Males who have a premutation with 59 to 200 CGG trinucleotide repeats are usually unaffected and are at risk for fragile X-associated tremor/ataxia syndrome (FXTAS). The fragile X-associated tremor/ataxia syndrome (FXTAS) is characterized by late-onset, progressive cerebellar ataxia and intention tremor in males who have a premutation. Other neurologic findings include short-term memory loss, executive function deficits, cognitive decline, parkinsonism, peripheral neuropathy, lower-limb proximal muscle weakness, and autonomic dysfunction.
The degree to which clinical symptoms of fragile X are present (penetrance) is age related; symptoms are seen in 17 percent of males aged 50-59 years, in 38 percent of males aged 60-69 years, in 47 percent of males aged 70-79 years, and in 75 percent or males aged 80 years or older. Some female premutation carriers may also develop tremor and ataxia.
Females who have a premutation usually are unaffected, but may be at risk for premature ovarian failure and FXTAS. Premature ovarian failure (POF) is defined as cessation of menses before age 40 years, has been observed in carriers of premutation alleles. A review by Sherman (2005) concluded that the risk for POF was 21 percent in premutation carriers compared to a 1 percent for the general population.
There are very few outward signs of fragile X syndrome in babies, but one is a tendency to have a large head circumference. An experienced geneticist may note subtle differences in facial characteristics. Intellectual disability is the hallmark of this condition and, in females, this may be the only sign of the problem.
A specific genetic test (polymerase chain reaction [PCR]) can now be performed to diagnose fragile X syndrome. This test looks for an expanded mutation (called a triplet repeat) in the FMR1 gene.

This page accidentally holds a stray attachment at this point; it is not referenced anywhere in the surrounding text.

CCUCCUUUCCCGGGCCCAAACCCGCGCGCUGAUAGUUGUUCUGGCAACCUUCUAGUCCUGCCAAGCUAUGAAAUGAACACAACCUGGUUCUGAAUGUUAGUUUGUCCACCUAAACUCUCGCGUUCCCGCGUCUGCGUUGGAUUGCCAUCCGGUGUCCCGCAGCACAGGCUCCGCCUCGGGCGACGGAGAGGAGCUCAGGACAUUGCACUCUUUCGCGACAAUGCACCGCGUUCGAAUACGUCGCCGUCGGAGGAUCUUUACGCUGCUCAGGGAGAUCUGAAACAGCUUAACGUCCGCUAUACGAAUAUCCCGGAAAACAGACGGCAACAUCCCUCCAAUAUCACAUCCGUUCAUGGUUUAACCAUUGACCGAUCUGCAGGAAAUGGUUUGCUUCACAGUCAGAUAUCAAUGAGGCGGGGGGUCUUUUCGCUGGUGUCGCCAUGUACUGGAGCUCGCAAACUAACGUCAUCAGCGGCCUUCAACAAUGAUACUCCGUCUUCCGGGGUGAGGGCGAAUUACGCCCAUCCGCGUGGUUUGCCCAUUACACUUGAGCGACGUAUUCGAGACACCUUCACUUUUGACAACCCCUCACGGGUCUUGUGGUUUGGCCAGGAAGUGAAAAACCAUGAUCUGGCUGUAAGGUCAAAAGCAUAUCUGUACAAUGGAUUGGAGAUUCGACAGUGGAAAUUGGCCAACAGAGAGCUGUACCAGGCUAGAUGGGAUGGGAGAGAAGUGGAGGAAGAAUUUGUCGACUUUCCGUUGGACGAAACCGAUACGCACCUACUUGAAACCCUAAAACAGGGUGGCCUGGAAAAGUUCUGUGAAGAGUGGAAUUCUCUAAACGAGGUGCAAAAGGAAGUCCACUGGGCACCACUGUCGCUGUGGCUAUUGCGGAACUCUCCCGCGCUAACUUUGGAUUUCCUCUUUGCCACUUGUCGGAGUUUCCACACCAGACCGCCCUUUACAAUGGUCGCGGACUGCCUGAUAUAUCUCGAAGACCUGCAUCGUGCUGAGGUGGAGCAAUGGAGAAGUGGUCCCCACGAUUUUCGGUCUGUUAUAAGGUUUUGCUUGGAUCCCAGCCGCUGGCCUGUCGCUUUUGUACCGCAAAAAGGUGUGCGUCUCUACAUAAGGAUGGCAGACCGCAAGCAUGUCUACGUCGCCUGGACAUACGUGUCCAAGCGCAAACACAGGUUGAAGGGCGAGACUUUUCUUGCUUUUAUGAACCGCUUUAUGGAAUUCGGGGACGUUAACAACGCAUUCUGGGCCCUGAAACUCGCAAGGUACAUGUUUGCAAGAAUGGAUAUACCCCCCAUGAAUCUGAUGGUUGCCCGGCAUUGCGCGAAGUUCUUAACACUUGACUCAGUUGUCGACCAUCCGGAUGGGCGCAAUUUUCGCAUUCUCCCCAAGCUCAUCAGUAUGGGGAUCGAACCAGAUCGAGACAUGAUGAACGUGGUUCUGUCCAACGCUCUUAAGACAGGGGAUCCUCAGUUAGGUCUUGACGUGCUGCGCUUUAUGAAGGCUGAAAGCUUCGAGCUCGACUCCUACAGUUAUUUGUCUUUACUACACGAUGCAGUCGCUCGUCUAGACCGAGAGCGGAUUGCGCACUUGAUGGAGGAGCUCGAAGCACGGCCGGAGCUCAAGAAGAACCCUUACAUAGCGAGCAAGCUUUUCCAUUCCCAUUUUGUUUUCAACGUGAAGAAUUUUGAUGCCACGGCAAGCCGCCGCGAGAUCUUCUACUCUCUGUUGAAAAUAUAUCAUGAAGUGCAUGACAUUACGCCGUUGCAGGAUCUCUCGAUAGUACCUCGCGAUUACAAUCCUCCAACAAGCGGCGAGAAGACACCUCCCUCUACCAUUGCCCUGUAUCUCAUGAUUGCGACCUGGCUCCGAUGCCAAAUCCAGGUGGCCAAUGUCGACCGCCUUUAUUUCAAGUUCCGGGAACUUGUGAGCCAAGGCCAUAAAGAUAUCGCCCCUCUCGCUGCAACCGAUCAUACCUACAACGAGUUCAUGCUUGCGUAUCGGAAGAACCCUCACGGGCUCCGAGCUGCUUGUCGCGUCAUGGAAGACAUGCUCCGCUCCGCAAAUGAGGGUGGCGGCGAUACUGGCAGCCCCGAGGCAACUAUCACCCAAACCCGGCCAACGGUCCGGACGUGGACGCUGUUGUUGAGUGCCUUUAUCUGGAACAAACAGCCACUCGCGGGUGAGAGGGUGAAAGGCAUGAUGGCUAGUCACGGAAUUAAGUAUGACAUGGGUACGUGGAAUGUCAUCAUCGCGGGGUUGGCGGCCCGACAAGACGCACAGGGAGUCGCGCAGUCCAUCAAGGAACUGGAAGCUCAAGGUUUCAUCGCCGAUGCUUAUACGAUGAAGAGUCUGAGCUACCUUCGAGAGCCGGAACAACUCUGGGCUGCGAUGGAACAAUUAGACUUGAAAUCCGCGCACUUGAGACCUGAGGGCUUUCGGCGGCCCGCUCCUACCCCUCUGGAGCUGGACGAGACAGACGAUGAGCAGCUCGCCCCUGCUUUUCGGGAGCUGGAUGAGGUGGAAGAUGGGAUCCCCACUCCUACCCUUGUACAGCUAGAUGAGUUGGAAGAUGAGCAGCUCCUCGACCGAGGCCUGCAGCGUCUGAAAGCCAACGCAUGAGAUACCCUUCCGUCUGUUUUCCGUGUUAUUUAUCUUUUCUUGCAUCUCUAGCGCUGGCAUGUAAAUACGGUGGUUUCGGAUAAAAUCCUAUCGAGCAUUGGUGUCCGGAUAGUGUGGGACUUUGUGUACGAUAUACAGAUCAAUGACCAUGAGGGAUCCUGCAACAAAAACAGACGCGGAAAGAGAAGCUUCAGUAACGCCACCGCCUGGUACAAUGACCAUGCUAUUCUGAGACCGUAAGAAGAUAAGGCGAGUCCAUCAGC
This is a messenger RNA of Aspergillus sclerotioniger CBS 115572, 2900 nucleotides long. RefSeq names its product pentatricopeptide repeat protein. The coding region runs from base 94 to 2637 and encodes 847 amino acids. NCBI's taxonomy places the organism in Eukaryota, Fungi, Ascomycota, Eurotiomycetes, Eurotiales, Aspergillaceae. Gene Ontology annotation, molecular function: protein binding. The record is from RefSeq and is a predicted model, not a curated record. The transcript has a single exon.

There is no specific treatment available for fragile X syndrome. Supportive therapy for children who have fragile X syndrome includes:
This condition is inherited in an X-linked dominant pattern. A condition is considered X-linked if the mutated gene that causes the disorder is located on the X chromosome, one of the two sex chromosomes. The inheritance is dominant if one copy of the altered gene in each cell is sufficient to cause the condition. In most cases, males experience more severe symptoms of the disorder than females. A striking characteristic of X-linked inheritance is that fathers cannot pass X-linked traits to their sons.
Currently, NHGRI is not conducting clinical research on fragile X syndrome. However, studies are currently underway [clinicaltrials.gov] in other Institutes within the National Institutes of Health.
A clinical study on fragile X syndrome that involves a medication designed to correct a central neurochemical defect underlying fragile X syndrome began in Fall 2009. This clinical study is funded by the National Institute of Mental Health (NIMH), the Eunice Kennedy Shriver National Institute of Child Health and Human Development (NICHD), and the National Institute of Neurological Disorders and Stroke (NINDS). (See: Clinical Tests Begin on Medication to Correct Fragile X Defect)
Last Updated: June 27, 2016